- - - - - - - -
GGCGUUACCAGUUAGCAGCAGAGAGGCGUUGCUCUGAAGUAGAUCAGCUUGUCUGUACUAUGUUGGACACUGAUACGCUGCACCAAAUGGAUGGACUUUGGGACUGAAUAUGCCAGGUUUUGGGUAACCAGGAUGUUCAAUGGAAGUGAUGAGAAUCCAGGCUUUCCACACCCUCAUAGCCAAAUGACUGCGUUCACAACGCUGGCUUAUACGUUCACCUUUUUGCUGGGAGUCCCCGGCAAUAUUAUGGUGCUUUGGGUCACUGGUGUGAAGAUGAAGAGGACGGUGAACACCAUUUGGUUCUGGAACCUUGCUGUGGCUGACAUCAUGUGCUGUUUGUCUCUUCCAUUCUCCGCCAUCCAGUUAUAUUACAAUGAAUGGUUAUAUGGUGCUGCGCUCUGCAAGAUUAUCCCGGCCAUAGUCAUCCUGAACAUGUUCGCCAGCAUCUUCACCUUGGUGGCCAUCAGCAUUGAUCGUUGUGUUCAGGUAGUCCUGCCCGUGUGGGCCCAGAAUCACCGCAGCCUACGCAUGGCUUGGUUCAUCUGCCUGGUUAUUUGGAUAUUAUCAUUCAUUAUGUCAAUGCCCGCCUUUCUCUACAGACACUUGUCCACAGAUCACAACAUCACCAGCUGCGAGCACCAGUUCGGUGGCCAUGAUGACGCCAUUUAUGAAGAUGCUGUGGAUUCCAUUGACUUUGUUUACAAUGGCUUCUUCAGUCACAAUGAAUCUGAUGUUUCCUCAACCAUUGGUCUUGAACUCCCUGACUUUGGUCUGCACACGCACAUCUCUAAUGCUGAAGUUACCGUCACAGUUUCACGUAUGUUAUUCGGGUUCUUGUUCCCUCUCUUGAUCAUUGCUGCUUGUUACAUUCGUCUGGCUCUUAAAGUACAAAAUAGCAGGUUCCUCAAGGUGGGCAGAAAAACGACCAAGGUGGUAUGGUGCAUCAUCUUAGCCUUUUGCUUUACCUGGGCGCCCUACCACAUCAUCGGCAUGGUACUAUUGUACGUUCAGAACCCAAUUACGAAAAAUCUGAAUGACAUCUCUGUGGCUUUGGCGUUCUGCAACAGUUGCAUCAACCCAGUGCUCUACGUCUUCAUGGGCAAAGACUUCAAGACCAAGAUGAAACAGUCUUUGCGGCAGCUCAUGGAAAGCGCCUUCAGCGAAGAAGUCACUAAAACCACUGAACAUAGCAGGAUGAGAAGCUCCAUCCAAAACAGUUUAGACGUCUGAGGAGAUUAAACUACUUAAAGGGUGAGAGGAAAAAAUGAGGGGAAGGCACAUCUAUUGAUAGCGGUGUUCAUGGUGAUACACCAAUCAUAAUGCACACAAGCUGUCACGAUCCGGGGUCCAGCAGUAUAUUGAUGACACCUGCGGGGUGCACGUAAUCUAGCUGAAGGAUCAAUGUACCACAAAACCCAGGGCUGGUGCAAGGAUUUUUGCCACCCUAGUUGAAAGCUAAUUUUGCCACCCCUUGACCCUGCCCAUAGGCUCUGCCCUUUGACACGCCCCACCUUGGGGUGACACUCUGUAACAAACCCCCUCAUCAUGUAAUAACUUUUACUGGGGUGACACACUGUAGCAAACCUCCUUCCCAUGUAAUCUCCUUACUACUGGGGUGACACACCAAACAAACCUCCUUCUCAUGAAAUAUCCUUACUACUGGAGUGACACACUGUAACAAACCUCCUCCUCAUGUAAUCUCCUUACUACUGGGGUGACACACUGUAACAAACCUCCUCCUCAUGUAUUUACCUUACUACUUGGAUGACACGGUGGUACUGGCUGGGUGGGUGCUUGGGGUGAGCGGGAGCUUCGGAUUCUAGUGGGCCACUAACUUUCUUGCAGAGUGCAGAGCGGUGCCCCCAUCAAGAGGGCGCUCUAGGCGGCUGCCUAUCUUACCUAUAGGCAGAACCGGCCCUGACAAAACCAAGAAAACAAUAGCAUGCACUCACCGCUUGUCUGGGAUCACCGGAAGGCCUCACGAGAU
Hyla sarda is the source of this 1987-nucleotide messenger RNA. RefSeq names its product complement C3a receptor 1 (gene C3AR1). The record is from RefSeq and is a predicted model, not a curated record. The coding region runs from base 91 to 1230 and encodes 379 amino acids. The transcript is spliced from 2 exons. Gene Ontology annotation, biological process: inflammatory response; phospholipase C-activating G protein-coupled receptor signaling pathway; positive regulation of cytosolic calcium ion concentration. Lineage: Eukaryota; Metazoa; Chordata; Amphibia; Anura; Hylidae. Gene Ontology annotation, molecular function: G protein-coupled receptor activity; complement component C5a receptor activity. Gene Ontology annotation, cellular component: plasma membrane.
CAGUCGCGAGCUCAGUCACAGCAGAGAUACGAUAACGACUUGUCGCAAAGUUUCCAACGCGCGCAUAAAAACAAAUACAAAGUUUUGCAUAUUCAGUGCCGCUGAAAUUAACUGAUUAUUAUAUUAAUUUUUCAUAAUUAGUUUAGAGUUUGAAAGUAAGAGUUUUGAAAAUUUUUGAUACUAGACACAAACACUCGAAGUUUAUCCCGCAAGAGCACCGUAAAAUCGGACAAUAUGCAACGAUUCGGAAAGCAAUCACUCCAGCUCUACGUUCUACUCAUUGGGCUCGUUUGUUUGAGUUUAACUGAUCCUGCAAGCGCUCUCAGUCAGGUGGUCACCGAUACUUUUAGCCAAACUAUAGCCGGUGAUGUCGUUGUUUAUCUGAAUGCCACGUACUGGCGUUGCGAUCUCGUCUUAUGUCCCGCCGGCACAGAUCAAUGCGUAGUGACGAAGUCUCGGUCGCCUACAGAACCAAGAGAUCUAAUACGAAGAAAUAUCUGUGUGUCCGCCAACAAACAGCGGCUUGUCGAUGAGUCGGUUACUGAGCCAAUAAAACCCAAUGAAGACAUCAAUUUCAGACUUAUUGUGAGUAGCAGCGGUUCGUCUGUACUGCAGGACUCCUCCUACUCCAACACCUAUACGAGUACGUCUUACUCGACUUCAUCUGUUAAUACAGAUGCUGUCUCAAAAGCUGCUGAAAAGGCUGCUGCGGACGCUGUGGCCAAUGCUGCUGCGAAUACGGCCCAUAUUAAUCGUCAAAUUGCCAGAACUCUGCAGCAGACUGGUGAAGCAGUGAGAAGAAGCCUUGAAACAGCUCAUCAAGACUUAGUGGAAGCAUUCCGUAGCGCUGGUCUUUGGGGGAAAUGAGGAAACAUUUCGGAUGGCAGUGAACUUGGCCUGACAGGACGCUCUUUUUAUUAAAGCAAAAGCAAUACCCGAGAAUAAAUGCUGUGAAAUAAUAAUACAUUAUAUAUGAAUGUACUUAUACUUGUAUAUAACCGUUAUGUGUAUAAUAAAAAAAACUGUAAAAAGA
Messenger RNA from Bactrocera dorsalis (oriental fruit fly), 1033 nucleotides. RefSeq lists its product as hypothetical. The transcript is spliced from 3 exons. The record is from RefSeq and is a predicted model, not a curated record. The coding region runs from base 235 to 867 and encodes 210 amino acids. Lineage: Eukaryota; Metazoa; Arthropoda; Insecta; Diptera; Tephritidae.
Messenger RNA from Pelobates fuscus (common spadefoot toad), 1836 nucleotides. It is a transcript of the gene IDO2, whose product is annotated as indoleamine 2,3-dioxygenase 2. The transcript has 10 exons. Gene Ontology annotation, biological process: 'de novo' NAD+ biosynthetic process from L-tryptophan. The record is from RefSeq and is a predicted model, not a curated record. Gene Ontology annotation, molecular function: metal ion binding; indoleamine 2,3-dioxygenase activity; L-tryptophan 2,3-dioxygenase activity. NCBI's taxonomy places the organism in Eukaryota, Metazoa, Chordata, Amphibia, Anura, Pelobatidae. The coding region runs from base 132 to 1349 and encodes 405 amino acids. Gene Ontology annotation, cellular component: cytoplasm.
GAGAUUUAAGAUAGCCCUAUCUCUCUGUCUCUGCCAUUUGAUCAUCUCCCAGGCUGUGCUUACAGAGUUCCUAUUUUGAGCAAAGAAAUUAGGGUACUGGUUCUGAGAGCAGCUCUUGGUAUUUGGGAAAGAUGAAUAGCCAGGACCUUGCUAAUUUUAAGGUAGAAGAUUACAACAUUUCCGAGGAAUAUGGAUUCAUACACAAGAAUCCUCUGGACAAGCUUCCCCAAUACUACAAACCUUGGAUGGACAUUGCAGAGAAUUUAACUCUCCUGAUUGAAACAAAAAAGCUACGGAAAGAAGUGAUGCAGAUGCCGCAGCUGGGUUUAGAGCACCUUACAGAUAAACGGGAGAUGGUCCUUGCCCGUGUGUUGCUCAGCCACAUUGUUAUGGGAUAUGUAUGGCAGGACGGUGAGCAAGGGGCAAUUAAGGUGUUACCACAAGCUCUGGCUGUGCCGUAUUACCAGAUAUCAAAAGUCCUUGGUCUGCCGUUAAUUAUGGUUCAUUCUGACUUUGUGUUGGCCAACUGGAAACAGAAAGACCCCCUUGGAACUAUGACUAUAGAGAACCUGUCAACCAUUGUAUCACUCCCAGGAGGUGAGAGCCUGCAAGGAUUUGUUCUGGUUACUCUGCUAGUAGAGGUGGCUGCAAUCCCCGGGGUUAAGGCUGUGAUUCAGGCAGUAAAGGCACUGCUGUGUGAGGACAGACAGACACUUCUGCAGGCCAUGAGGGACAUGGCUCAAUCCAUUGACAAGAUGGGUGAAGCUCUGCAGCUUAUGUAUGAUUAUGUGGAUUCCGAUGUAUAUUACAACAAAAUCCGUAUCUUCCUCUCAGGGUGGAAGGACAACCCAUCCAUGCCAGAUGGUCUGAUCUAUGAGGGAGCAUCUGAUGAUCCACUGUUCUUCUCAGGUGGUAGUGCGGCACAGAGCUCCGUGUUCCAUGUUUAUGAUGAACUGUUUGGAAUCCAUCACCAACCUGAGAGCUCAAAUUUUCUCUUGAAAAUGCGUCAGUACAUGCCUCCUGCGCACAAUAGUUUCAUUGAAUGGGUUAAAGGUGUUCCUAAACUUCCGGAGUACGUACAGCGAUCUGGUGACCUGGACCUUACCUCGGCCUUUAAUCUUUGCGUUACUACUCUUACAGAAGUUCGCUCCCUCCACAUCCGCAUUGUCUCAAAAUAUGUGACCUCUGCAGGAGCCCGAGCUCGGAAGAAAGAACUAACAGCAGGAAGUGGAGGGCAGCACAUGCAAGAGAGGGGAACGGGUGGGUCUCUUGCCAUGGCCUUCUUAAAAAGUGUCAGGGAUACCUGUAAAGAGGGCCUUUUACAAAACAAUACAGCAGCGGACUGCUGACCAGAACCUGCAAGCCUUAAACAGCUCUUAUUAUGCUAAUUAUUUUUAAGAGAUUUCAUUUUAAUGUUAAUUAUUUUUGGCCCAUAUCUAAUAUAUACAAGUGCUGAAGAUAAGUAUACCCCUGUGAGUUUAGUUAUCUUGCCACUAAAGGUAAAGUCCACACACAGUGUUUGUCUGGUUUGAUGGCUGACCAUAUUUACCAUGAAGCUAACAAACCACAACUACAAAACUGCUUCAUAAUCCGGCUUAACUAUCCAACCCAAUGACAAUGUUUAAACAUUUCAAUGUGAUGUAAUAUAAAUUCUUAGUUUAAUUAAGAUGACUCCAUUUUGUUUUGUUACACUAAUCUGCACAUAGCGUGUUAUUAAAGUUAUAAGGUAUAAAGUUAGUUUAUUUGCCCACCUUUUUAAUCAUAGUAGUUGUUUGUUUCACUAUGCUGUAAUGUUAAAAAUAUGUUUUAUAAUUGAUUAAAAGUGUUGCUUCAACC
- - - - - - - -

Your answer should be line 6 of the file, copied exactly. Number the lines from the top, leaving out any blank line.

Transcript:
GAGAUUUAAGAUAGCCCUAUCUCUCUGUCUCUGCCAUUUGAUCAUCUCCCAGGCUGUGCUUACAGAGUUCCUAUUUUGAGCAAAGAAAUUAGGGUACUGGUUCUGAGAGCAGCUCUUGGUAUUUGGGAAAGAUGAAUAGCCAGGACCUUGCUAAUUUUAAGGUAGAAGAUUACAACAUUUCCGAGGAAUAUGGAUUCAUACACAAGAAUCCUCUGGACAAGCUUCCCCAAUACUACAAACCUUGGAUGGACAUUGCAGAGAAUUUAACUCUCCUGAUUGAAACAAAAAAGCUACGGAAAGAAGUGAUGCAGAUGCCGCAGCUGGGUUUAGAGCACCUUACAGAUAAACGGGAGAUGGUCCUUGCCCGUGUGUUGCUCAGCCACAUUGUUAUGGGAUAUGUAUGGCAGGACGGUGAGCAAGGGGCAAUUAAGGUGUUACCACAAGCUCUGGCUGUGCCGUAUUACCAGAUAUCAAAAGUCCUUGGUCUGCCGUUAAUUAUGGUUCAUUCUGACUUUGUGUUGGCCAACUGGAAACAGAAAGACCCCCUUGGAACUAUGACUAUAGAGAACCUGUCAACCAUUGUAUCACUCCCAGGAGGUGAGAGCCUGCAAGGAUUUGUUCUGGUUACUCUGCUAGUAGAGGUGGCUGCAAUCCCCGGGGUUAAGGCUGUGAUUCAGGCAGUAAAGGCACUGCUGUGUGAGGACAGACAGACACUUCUGCAGGCCAUGAGGGACAUGGCUCAAUCCAUUGACAAGAUGGGUGAAGCUCUGCAGCUUAUGUAUGAUUAUGUGGAUUCCGAUGUAUAUUACAACAAAAUCCGUAUCUUCCUCUCAGGGUGGAAGGACAACCCAUCCAUGCCAGAUGGUCUGAUCUAUGAGGGAGCAUCUGAUGAUCCACUGUUCUUCUCAGGUGGUAGUGCGGCACAGAGCUCCGUGUUCCAUGUUUAUGAUGAACUGUUUGGAAUCCAUCACCAACCUGAGAGCUCAAAUUUUCUCUUGAAAAUGCGUCAGUACAUGCCUCCUGCGCACAAUAGUUUCAUUGAAUGGGUUAAAGGUGUUCCUAAACUUCCGGAGUACGUACAGCGAUCUGGUGACCUGGACCUUACCUCGGCCUUUAAUCUUUGCGUUACUACUCUUACAGAAGUUCGCUCCCUCCACAUCCGCAUUGUCUCAAAAUAUGUGACCUCUGCAGGAGCCCGAGCUCGGAAGAAAGAACUAACAGCAGGAAGUGGAGGGCAGCACAUGCAAGAGAGGGGAACGGGUGGGUCUCUUGCCAUGGCCUUCUUAAAAAGUGUCAGGGAUACCUGUAAAGAGGGCCUUUUACAAAACAAUACAGCAGCGGACUGCUGACCAGAACCUGCAAGCCUUAAACAGCUCUUAUUAUGCUAAUUAUUUUUAAGAGAUUUCAUUUUAAUGUUAAUUAUUUUUGGCCCAUAUCUAAUAUAUACAAGUGCUGAAGAUAAGUAUACCCCUGUGAGUUUAGUUAUCUUGCCACUAAAGGUAAAGUCCACACACAGUGUUUGUCUGGUUUGAUGGCUGACCAUAUUUACCAUGAAGCUAACAAACCACAACUACAAAACUGCUUCAUAAUCCGGCUUAACUAUCCAACCCAAUGACAAUGUUUAAACAUUUCAAUGUGAUGUAAUAUAAAUUCUUAGUUUAAUUAAGAUGACUCCAUUUUGUUUUGUUACACUAAUCUGCACAUAGCGUGUUAUUAAAGUUAUAAGGUAUAAAGUUAGUUUAUUUGCCCACCUUUUUAAUCAUAGUAGUUGUUUGUUUCACUAUGCUGUAAUGUUAAAAAUAUGUUUUAUAAUUGAUUAAAAGUGUUGCUUCAACC